I agree with Joseph that there probably isn't a better word for "literally" when used for its meaning:
In a literal manner or sense; exactly
(The first definition under Oxford Dictionaries–not to be confused with the Oxford English Dictionary–which is currently being scraped for Google's definition
of the word "literally".)
As a direct answer to your question, Joseph's suggestions may be your best bet:
actually, really, truly, factually, etc. with some reorganization
of the sentence to fit them in.
The premise you provide is that the use of the word "literally" as an emphatic replaces its use as "In a literal manner or sense". I agree with you that although this use has existed for a long time, it seems to have become more common. The use as an emphatic is now
common enough that some dictionaries have added it (like the second definition in Oxford Dictionaries: "Used for emphasis or to express strong feeling while not being literally true".)
However, other words like "totally" or "definitely" have experienced similar transitions in meaning and still enjoy use with their literal meanings. I would like to think that from context the reader should be able to decipher whether the word "literally" is used in a literal, emphatic, or ironic sense.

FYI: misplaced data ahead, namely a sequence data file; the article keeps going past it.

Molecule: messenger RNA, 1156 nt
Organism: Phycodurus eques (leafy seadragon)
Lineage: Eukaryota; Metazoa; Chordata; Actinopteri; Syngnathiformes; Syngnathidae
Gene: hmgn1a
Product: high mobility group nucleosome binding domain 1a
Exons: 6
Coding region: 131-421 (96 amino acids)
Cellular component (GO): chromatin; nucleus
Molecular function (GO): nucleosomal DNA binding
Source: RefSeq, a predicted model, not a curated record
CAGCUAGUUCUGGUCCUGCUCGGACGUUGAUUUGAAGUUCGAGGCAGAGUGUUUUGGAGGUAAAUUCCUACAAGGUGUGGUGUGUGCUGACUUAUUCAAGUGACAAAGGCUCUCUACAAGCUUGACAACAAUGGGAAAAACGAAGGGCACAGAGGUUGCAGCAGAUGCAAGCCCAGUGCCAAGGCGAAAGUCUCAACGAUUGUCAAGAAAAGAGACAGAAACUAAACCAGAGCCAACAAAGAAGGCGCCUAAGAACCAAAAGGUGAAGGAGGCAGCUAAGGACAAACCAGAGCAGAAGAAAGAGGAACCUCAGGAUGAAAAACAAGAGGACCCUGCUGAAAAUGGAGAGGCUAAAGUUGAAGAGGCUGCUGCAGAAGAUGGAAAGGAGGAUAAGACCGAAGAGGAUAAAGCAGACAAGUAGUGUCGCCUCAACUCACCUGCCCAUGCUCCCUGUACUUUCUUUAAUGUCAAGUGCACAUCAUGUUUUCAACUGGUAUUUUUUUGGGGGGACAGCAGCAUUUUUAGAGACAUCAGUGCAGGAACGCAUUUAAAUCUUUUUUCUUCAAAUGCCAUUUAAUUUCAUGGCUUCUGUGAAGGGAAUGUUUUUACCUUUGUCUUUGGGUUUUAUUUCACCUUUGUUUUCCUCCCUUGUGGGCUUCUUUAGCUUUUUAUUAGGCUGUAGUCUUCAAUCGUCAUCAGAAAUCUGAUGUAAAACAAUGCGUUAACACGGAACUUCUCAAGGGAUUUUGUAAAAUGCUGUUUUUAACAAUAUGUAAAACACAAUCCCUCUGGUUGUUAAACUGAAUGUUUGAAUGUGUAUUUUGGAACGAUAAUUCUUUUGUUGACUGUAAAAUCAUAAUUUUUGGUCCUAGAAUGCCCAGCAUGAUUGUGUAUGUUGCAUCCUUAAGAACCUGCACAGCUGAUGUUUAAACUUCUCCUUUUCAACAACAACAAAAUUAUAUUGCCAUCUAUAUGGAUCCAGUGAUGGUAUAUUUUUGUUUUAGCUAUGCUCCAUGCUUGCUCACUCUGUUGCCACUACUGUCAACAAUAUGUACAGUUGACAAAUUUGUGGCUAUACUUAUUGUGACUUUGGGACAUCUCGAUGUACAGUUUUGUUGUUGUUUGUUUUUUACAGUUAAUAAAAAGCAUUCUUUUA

If you look at the examples given in Oxford Dictionaries for the first definition of the word literally, the meaning is quite clear from context:
- The driver took it literally when asked to go straight across the traffic circle.
- Darsana literally means view, in the sense of having a cognitive sight of something.
- One wonders if he knows where the bodies are buried, perhaps quite literally.
Though I can think of humorous cases where "literally" is attempted to be used in the emphatic sense:
- It's literally raining cats and dogs outside.
- You're literally killing me.
I cannot at the moment think of an example where you would use literally to mean "in a literal manner" and be misinterpreted for the emphatic sense. The closest I can think of is ambiguity out of context.
If we take your lunchtime example, the use of "literally" as an intensive in "I'm literally so hungry right now" is clear. In fact, the phrase is clear without context. If we substitute figurative language, "I'm literally starving right now", the meaning is unclear on its own, but again would regain clarity in the casual context of coworkers getting lunch. Although these uses might make you cringe and sometimes might sound silly, I don't think this means anyone has to worry about being misunderstood.